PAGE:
Perennial Asset Management

The Tinderbox of Debt and Deficits

Ontario – A Potential Greek Tragedy?

The September 10, 2013 article from Global News5 stated:

Ontario deficit drops to $9.2 billion in 2012-13

Ontario’s deficit dropped to $9.2 billion in 2012-13, due in part to one-time savings from labour contracts and negative spending growth, Finance Minister Charles Sousa reported Tuesday. “Our balanced approach of fiscal discipline, responsible management and strategic investments continues to help grow the economy, create jobs and reduce the deficit,” said Sousa.  Sousa said part of the reduction in red ink came from one-time savings from new contracts negotiated with teachers and other public sector workers. He predicted the deficit for the current fiscal year will rise to $11.7 billion but said the province remains on track to balance its books by 2017-18. Meantime the province’s overall debt continues to climb, jumping to $252 billion, but Sousa insisted the ratio of Ontario’s net debt-to-gross-domestic-product was in far better shape than most jurisdictions.

A Report Card on Ontario’s Current Finances

This headline gives an impression of good news as Ontario’s 2012-13 deficit was only $9.2 billion. But, given that Ontario’s current debt load is $252 billion and growing, this is hardly good news. Starting in 2003, Ontario Premier McGuinty’s government embarked on a decade-long spending program, and Premier Wynne is following his lead. Table 1 provides a sobering snapshot of Ontario’s key deficit and debt metrics over the decade, and its report card is weak: escalating annual deficits, a significant increase in government debt, a deteriorating debt/GDP ratio and higher debt-service costs, despite significantly lower interest rates.


Ontario's Financial Report Card


Ontario’s net government debt continues to increase, despite four years of economic growth. If interest rates rise and/or the economy slows the debt load will increase quickly. Minister Sousa commented on Ontario’s challenging predicament: “The single most important step the government can take to secure Ontario’s prosperity and help create jobs is to eliminate the deficit.”7 Of course, Sousa is trying to convince us that Ontario will soon be on a path to a balanced budget … sometime after 2018, assuming the government’s rosy economic projections materialize.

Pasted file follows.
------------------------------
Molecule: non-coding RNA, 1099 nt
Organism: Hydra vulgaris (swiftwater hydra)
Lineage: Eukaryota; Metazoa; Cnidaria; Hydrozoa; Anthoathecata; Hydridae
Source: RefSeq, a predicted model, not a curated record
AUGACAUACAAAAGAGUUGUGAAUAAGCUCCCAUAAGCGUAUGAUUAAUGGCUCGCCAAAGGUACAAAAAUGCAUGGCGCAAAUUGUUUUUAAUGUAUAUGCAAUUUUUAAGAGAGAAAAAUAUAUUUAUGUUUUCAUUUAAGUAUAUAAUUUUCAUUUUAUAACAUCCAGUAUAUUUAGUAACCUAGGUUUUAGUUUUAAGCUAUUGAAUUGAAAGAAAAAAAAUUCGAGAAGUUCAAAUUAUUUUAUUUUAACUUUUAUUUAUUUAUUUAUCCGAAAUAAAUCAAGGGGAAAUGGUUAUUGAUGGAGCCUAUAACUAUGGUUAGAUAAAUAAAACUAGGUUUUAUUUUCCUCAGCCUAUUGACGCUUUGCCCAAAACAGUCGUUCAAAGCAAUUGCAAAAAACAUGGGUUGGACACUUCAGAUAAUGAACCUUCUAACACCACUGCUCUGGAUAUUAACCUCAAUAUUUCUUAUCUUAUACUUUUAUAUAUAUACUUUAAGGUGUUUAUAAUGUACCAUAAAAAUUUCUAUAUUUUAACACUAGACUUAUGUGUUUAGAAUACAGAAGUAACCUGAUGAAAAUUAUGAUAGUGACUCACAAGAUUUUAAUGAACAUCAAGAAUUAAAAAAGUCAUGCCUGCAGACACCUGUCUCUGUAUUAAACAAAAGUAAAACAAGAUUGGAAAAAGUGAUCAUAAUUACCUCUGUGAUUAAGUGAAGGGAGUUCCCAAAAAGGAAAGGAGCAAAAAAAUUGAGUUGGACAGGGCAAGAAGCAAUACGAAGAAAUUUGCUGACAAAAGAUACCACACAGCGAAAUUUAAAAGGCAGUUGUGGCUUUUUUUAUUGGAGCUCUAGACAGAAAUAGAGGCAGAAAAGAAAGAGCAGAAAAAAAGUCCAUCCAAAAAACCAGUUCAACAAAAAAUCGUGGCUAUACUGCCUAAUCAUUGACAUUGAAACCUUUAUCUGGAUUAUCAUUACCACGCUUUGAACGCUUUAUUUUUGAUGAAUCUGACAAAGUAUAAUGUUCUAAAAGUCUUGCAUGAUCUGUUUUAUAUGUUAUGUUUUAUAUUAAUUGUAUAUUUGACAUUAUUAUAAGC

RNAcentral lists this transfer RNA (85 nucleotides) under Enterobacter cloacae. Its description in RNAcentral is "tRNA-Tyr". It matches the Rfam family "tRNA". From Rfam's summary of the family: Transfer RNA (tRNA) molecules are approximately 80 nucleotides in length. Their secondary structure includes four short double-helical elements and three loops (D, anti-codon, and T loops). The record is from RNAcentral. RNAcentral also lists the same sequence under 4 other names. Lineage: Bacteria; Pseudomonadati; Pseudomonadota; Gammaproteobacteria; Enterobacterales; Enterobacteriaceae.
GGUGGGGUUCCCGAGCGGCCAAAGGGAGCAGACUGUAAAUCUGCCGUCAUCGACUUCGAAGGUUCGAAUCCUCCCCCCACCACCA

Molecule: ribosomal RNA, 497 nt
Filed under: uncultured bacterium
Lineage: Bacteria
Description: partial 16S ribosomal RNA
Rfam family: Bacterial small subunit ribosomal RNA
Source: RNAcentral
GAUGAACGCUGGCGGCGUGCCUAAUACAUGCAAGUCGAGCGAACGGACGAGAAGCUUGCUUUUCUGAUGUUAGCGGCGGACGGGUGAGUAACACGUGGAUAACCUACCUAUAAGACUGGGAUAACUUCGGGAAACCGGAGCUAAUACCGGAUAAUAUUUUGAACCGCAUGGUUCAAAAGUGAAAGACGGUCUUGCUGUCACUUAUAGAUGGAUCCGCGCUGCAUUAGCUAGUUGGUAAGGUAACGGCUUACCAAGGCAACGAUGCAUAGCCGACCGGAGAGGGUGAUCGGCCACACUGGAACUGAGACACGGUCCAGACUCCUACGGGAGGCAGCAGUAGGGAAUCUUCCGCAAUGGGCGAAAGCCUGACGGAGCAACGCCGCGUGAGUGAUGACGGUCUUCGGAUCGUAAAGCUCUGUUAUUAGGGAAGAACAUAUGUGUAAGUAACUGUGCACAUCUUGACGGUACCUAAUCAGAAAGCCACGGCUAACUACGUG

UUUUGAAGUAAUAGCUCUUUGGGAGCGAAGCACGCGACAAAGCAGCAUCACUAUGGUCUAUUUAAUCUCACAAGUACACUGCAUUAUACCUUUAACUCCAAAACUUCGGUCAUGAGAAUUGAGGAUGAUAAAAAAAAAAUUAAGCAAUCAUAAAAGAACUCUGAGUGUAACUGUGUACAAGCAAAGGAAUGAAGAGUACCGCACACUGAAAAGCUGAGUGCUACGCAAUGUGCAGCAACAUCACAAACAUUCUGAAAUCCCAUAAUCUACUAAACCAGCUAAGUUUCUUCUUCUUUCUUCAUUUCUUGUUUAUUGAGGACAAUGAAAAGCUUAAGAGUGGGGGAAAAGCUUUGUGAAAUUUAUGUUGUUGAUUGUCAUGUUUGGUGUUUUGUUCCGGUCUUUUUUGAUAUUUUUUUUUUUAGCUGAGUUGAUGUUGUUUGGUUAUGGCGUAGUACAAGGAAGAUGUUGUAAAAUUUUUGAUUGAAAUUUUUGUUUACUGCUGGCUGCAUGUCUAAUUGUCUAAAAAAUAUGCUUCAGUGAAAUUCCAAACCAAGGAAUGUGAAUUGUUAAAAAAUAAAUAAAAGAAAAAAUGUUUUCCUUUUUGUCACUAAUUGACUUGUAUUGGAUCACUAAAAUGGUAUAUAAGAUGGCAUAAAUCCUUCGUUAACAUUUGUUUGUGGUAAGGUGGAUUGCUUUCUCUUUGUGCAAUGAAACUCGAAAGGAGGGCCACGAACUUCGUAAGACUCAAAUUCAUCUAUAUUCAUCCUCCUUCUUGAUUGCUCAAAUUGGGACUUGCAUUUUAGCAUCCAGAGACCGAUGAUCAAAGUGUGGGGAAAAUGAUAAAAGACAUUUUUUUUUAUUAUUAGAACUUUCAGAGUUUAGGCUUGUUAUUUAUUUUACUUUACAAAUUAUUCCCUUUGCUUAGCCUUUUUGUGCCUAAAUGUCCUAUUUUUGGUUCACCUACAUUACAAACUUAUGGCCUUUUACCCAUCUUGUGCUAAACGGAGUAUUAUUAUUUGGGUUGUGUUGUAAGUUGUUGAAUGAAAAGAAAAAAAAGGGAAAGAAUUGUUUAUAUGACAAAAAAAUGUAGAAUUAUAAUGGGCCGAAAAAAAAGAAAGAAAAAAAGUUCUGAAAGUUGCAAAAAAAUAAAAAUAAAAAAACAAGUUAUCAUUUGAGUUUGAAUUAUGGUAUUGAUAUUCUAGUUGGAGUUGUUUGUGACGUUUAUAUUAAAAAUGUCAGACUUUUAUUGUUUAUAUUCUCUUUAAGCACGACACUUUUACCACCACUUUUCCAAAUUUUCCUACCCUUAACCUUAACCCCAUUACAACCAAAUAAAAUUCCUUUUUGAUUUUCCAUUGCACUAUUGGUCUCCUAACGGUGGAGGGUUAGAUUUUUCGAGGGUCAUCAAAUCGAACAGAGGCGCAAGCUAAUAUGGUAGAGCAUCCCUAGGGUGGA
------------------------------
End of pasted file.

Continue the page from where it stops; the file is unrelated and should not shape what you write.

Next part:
A Review of Ontario’s Fiscal History

Ontario currently faces a deteriorating financial situation, due to its rapidly increasing debt and the size of its recent deficits. “Ontario’s Public Finances: A Fiscal Primer”8 shows that Ontario’s net government debt initially grew slowly from 1960 and reached $13.8 billion in 1982, with net debt/GDP at 10.5%. However, as Chart 1 shows, Ontario’s debt growth accelerated during the 1990s, and by 2003 Ontario’s net debt reached $132.7 billion and net debt/GDP was 27.1%. Starting in 2008, Ontario’s deficits grew more quickly than its GDP and its net debt spiked higher. Today, Ontario’s net debt sits at $252.1 billion while net debt/GDP is 37.4%.9




While Ontario’s debt levels appear reasonable, a Fraser Institute publication notes that Ontario’s fiscal situation today is actually worse than California’s, which is considered a fiscally mismanaged U.S. state.10 The 30-year legacy of Ontario’s fiscal problems means that the current government must manage ongoing expenses and also carry heavy debt service costs. Without these debt costs the government could significantly reduce the budget deficit, enhance services and/or lower taxes.11

light bulb 5 linesWithout having to pay interest on its debt, Ontario could eliminate half of its deficit, cut income taxes by 44%, or reduce the HST by 4%.11

Ontario – Getting on Track or a Train Wreck?

If Ontario’s debt trajectory continues, it won’t take long before we cannot get on track. A Fraser Institute’ publication forecasts that Ontario’s net government debt could reach 60-70% of GDP by 2019-20.12 If not addressed, the dramatic increase in Ontario’s debt will affect the quality of services, including education and healthcare. As Ontarians, we must recognize that the only options are higher taxes and/or lower government spending.

Nevertheless Ontario is in much better shape than Japan, which we focus on next. Given that Japan is the world’s third largest economy, it’s essential for us to understand its growing debt problem.


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